In addition to the scientific and fiscal problems associated with Hinkson, there were also political problems and pressures surrounding the TMDL. The “Hinkson Saga,” as it has been coined, garnered significant and unwelcomed media attention in Missouri [137]. Not only was EPA up against a substantially challenging legal battle, but the watershed was gathering a lot of unwanted media attention that focused extensively on the weak points in EPA’s flawed plan [138]. Opposition was in favor of finding a solution to the pollution problem in the watershed and securing a resolution but through substantially different measures. EPA was painted as unreasonable, unprepared, and uninformed in terms of their involvement with the watershed. Scientific, economic, and political factors, in and of themselves, do not constitute insurmountable problems for storm water flow surrogacy [139]. However, when taken together, these factors combine to create a lethal problem for surrogacy options. The EPA was not wrong to suggest flow surrogacy for the Hinkson Creek water body as the primary goal of flow surrogacy is to help remedy failing water bodies that are uncertainly impaired. However, it is apparent that consideration was lacking in regards to whether it was practi-cal, feasible, and worthwhile. Storm water flow surrogacy is new and appears to be a promising remedial measure. But the EPA must be careful in its selection of these sites if it wishes to secure both state interest and local willingness in compliance. Force-fitting this measurement tool will do little to further the interests of the federal government in this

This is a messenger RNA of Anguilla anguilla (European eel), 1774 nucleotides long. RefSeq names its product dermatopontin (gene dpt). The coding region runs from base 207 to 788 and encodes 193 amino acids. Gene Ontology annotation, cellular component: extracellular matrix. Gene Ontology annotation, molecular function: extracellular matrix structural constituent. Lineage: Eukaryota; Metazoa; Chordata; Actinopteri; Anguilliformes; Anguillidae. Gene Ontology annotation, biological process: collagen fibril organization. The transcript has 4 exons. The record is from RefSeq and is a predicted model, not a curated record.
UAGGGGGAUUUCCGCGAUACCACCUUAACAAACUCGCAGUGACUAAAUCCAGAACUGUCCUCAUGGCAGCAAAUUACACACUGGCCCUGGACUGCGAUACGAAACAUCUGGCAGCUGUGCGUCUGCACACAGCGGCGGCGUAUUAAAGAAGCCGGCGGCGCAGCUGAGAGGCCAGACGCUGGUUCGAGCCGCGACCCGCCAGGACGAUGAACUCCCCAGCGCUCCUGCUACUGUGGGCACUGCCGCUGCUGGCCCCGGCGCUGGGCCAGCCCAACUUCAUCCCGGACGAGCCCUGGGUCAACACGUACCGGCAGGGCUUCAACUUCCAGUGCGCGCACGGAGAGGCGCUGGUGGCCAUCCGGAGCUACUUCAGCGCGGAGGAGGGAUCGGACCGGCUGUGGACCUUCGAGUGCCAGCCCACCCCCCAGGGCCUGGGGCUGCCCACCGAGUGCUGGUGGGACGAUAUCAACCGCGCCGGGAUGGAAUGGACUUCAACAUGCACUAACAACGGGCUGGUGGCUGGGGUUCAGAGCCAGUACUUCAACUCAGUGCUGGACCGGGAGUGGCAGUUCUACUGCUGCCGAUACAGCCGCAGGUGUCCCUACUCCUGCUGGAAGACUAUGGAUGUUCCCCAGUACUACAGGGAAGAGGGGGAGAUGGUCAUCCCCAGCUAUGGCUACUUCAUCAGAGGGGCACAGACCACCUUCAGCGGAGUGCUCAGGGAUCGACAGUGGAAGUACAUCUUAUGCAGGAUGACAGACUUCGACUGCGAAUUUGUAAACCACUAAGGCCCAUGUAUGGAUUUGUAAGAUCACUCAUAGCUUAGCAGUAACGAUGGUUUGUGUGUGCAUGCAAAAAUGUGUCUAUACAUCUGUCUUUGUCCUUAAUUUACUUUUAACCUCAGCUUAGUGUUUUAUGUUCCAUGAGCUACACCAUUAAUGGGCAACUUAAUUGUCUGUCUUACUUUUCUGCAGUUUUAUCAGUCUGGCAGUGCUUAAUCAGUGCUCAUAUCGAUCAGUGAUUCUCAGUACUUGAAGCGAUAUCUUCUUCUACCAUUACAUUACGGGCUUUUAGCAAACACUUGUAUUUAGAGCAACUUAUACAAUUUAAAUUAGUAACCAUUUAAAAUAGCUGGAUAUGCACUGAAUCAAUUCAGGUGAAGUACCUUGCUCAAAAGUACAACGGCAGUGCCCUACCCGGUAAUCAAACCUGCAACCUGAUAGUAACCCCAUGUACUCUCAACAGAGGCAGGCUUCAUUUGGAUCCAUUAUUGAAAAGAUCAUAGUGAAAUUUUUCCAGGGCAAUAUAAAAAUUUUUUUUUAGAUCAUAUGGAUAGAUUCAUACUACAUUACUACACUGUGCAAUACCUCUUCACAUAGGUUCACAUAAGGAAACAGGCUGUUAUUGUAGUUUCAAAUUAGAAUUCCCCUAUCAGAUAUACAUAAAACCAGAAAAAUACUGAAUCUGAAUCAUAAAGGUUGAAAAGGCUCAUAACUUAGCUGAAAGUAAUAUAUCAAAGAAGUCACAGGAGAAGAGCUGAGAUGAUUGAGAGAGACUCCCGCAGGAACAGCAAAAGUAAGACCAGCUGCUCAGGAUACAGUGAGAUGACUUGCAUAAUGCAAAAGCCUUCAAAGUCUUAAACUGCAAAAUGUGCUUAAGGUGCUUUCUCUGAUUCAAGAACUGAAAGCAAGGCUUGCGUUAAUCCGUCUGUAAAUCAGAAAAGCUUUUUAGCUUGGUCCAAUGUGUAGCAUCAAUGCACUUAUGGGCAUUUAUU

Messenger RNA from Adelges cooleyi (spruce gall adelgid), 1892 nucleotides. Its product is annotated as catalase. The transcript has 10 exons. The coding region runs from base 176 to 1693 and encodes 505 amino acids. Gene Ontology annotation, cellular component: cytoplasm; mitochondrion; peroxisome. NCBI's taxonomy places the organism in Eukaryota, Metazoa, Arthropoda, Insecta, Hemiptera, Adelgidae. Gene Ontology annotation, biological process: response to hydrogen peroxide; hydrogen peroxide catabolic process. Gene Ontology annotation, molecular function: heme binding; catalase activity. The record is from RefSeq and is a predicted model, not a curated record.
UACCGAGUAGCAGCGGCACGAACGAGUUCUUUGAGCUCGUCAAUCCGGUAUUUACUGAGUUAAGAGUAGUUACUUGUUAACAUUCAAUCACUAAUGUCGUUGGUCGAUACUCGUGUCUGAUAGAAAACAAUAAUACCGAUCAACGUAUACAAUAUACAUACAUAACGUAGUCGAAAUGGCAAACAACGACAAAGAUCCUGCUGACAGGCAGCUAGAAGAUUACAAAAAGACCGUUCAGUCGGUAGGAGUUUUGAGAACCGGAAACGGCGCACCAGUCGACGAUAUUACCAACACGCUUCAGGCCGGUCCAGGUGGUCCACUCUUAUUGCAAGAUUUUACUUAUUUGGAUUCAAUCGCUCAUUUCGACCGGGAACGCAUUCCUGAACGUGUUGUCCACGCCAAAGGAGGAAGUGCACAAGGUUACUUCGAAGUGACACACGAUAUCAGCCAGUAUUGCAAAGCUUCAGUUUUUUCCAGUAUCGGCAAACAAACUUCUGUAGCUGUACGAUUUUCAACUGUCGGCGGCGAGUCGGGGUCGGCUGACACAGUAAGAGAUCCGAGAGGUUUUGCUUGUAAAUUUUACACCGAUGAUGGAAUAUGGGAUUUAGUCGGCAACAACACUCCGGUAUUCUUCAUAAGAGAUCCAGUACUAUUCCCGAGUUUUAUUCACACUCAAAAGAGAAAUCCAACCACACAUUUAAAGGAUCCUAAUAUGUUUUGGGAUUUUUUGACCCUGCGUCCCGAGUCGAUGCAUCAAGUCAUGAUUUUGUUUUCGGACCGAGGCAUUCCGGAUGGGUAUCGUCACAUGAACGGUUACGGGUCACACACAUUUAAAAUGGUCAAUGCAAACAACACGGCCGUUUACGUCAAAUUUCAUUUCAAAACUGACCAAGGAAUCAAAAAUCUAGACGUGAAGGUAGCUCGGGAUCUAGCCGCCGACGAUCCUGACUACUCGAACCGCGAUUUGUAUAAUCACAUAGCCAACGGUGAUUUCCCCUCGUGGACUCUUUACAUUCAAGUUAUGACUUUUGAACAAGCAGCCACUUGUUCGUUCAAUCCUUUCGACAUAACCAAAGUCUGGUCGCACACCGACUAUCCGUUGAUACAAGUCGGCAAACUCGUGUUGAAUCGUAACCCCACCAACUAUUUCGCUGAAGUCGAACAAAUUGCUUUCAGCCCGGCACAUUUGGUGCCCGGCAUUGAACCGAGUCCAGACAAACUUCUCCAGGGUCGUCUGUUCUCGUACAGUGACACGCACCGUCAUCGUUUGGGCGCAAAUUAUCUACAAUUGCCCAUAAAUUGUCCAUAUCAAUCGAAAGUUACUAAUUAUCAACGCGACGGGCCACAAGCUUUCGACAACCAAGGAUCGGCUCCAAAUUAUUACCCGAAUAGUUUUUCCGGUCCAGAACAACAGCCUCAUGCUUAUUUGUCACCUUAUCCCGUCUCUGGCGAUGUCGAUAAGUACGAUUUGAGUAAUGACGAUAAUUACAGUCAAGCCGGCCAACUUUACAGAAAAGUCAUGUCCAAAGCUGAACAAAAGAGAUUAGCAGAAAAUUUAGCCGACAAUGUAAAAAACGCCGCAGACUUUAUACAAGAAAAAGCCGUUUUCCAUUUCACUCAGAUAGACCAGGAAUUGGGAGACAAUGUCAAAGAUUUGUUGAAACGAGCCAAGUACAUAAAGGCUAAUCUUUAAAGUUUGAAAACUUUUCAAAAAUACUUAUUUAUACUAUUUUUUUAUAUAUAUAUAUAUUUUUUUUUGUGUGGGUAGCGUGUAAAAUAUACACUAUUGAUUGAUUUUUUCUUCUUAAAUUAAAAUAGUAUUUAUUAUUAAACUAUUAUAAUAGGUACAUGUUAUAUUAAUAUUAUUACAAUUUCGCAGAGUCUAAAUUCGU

regard, or work to further the goals of the Clean Water Act and the TMDL program. If the true goal of the EPA is to find a so-lution to the country’s largest water pollution problem, they must carefully select sites that fit the mold until the practice be-comes more development and accepted. The use of flow surrogacy is important and full of remedial potential. When the conditions are right, its implementa-tion appears worthwhile and successful. However when selection of sites is not considered under the entire purview of impact-ing components, then its subsequent failure does little to fulfill environmental goals and motives. The EPA’s initiative would be best served by temporarily focusing on testing surrogacy in ideal water quality conditions. Despite the apparent failures of Hink-son Creek, the surrogacy option is good for water bodies that are experiencing significant impairment because of heavy flow rates. Storm water flow surrogacy is a beneficial and potentially successful method for curing nonpoint source pollution in this country, and is something the EPA and state governments must consider in order to secure the health of this nation’s precious waters.